Did you know when you started about how long you would continue writing postcards?

I thought I’d write for 100 days, but found I had more to say after the first 100 days were over. I did take a four-month hiatus at one point, but the massacre in Las Vegas spurred me back into action.

Did you decide to start the Instagram account at the same time [as the postcards]?

I’d written about ten postcards before I decided to start the Instagram account. I figured I’d hold myself accountable if I posted my notes every day.

Explain your process by which you decide to whom you write:

I really do one a day (or whenever the spirit moves me). I usually write a rough draft on my phone (I’ve figured out that one screen on the notes app fits the same number of words as one postcard.) I don’t plan ahead. I just go with whatever person or subject sticks with me as I’m reading the newspaper. I wake up, make coffee, and start writing. I’m never short on inspiration (unfortunately).

In addition to the postcards, are you politically active in any other ways?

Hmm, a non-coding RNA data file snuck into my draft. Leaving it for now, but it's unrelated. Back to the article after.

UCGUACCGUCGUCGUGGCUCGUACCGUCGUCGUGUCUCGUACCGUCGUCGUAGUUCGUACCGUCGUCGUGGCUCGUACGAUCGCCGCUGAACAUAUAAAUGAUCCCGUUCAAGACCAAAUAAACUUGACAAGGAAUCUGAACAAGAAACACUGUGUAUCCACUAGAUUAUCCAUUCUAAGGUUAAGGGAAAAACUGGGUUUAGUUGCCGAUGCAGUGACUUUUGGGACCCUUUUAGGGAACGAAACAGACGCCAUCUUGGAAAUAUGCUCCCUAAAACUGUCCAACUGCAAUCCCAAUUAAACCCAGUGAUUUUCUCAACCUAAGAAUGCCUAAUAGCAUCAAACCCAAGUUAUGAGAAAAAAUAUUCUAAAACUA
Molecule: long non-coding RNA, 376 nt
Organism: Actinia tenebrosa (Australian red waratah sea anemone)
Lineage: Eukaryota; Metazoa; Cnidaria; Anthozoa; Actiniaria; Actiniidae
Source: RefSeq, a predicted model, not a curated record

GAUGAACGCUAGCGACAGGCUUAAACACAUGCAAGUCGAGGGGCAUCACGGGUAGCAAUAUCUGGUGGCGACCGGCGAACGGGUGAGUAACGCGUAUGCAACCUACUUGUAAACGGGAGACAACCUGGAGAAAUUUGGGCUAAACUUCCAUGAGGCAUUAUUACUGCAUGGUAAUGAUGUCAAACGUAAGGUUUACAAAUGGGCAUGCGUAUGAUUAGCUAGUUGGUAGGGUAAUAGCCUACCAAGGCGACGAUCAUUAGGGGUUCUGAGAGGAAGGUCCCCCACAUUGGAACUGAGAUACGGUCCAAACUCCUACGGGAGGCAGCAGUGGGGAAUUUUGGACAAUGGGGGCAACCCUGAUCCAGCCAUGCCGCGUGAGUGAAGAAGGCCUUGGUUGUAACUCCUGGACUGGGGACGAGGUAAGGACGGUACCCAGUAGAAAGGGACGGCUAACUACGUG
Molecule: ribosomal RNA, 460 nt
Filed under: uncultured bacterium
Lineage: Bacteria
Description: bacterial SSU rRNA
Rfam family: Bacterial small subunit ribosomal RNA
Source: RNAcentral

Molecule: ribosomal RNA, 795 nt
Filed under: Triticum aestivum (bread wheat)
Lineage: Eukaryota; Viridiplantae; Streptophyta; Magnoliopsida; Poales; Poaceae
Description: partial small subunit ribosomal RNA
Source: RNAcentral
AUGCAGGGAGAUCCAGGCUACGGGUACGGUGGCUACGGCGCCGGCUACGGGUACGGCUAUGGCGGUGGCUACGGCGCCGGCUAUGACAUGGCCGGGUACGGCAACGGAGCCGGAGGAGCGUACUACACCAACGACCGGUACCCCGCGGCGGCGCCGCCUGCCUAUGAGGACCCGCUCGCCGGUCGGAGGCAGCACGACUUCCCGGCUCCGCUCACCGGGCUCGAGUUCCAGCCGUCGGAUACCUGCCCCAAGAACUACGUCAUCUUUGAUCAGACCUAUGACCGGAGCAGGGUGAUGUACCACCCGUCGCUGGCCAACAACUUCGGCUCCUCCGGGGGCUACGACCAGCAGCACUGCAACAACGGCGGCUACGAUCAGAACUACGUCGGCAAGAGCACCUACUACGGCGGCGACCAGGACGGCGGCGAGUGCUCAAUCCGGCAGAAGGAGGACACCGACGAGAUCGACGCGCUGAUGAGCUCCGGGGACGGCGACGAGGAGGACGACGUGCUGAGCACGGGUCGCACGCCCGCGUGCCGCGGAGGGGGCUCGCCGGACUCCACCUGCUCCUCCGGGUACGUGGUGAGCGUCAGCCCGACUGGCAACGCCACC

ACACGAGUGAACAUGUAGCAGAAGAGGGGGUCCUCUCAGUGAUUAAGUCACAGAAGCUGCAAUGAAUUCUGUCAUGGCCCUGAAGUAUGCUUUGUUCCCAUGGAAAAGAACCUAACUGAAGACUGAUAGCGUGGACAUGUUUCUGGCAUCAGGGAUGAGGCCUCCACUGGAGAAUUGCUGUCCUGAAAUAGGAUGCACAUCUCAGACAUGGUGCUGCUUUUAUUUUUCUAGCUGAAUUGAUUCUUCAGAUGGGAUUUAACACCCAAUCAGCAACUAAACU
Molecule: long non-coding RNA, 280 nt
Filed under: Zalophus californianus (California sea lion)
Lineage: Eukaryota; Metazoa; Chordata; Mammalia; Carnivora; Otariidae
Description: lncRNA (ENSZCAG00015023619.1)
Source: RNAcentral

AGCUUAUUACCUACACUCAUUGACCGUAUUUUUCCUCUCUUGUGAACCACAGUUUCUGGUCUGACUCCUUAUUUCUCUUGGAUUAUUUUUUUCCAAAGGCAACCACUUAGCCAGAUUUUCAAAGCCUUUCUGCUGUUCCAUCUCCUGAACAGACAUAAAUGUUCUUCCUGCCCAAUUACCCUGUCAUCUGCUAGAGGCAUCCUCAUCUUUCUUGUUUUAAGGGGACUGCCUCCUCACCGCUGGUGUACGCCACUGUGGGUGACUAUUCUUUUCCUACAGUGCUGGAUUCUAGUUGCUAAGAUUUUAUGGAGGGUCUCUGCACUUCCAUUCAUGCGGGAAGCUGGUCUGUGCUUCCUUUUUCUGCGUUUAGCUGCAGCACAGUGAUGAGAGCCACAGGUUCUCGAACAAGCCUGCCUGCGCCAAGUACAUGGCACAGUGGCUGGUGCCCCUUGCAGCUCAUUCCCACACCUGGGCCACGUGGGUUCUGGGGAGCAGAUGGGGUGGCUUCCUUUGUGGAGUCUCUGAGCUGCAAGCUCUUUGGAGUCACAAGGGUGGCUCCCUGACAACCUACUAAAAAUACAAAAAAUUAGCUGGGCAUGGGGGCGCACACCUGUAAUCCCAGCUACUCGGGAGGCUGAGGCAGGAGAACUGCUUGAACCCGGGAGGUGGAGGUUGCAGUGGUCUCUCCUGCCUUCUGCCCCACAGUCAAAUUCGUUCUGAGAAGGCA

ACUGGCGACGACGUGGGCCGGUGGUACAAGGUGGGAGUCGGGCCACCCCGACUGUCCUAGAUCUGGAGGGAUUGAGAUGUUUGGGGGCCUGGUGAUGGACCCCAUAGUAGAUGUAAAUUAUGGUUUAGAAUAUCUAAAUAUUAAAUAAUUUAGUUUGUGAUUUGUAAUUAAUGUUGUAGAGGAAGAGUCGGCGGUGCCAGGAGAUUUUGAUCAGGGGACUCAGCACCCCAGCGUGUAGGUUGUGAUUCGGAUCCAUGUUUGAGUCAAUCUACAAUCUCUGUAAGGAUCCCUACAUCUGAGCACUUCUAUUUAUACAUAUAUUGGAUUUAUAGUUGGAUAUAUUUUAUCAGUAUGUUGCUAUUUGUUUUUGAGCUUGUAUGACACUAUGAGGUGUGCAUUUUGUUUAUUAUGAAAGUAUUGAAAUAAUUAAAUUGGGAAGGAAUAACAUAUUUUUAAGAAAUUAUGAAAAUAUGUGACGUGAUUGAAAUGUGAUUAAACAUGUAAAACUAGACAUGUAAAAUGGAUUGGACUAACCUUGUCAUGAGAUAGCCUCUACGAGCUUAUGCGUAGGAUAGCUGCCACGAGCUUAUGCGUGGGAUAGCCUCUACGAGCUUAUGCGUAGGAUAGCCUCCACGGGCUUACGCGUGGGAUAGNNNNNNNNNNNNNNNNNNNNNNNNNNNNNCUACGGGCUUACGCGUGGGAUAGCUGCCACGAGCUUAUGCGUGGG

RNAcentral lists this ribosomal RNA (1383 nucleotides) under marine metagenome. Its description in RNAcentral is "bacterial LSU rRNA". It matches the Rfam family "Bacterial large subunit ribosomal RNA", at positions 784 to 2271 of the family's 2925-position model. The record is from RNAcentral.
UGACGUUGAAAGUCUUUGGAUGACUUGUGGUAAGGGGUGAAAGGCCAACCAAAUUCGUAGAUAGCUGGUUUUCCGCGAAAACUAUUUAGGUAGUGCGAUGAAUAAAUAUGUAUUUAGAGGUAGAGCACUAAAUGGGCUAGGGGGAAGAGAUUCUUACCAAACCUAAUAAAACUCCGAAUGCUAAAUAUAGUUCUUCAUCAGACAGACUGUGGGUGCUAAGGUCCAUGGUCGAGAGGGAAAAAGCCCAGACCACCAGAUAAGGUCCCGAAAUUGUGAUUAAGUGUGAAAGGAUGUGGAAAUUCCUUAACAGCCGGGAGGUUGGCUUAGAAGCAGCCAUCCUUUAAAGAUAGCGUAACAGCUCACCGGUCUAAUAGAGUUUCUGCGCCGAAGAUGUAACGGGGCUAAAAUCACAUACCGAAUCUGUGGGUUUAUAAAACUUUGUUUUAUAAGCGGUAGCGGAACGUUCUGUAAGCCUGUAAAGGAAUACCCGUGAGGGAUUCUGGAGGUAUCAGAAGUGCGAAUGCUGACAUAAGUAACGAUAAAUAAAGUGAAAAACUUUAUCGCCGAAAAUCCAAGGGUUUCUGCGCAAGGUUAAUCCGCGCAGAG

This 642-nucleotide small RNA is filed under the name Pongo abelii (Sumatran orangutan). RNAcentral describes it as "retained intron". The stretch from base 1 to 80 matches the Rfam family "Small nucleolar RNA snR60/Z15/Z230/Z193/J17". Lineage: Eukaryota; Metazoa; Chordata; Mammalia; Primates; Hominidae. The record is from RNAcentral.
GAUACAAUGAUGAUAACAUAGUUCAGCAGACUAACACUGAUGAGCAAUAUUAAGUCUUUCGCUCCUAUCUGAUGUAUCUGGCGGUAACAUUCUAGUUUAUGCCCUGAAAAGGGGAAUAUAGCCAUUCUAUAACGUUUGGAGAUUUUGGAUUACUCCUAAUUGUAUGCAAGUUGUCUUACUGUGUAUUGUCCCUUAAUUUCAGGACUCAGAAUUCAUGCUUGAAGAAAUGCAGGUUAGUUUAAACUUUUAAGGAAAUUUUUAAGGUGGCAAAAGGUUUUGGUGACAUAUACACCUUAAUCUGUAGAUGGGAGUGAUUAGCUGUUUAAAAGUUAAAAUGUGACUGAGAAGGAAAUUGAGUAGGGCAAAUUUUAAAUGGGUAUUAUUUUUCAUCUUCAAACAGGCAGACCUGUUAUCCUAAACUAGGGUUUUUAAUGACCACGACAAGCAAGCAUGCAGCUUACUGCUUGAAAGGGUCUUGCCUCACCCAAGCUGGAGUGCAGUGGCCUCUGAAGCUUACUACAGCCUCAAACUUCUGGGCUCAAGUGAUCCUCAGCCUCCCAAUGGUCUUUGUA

For two years, I volunteered regularly for Mikie Sherrill, who flipped New Jersey’s 11th congressional district in the midterms. I knew her as a fellow mom from my kids’ school and it was amazing to watch her transform into a candidate, and then a seasoned candidate, and then a congressperson. I’ll definitely get involved in the 2020 campaign.

What has been the response to the 100postcards movement?

My friends have been incredibly supportive, encouraging, and enthusiastic. My immediate family is, I think, slightly baffled about why I keep at it.

Has anyone written back in response to the postcard you sent them?

I’ve never received a response from a recipient. But I love hearing from people who follow my account; in fact, the little community is both inspiring and comforting. A complete stranger sent me a beautiful cross-stitch version of one of my postcards. Another sent me a huge batch of beautiful stamps. Lots of people send encouraging notes and direct messages. Who needs to hear from Trump?!!

Has this experience changed you or added to your life in some way?

It’s made me pay attention. I no longer just read the news or watch the news; I really absorb it in a way I never did before.

What advice would you give to others who would like to become politically active but haven’t yet?

Find a way to get involved that feels right to you. At the very least, VOTE!

Will you keep writing postcards after 2020?

The jury is out on this one. 🙂

A huge thank you to Elisabeth! Take a look at her Instagram account to see all the thoughtful, visually-impressive cards arranged. Her dedication is beyond impressive. Close-up postcard photo courtesy of Pinterest.

And what about you? Did 2016 change you in any way? How do you get involved and make your voice heard?

P.S. How do you show up? And my experiences following that day in November.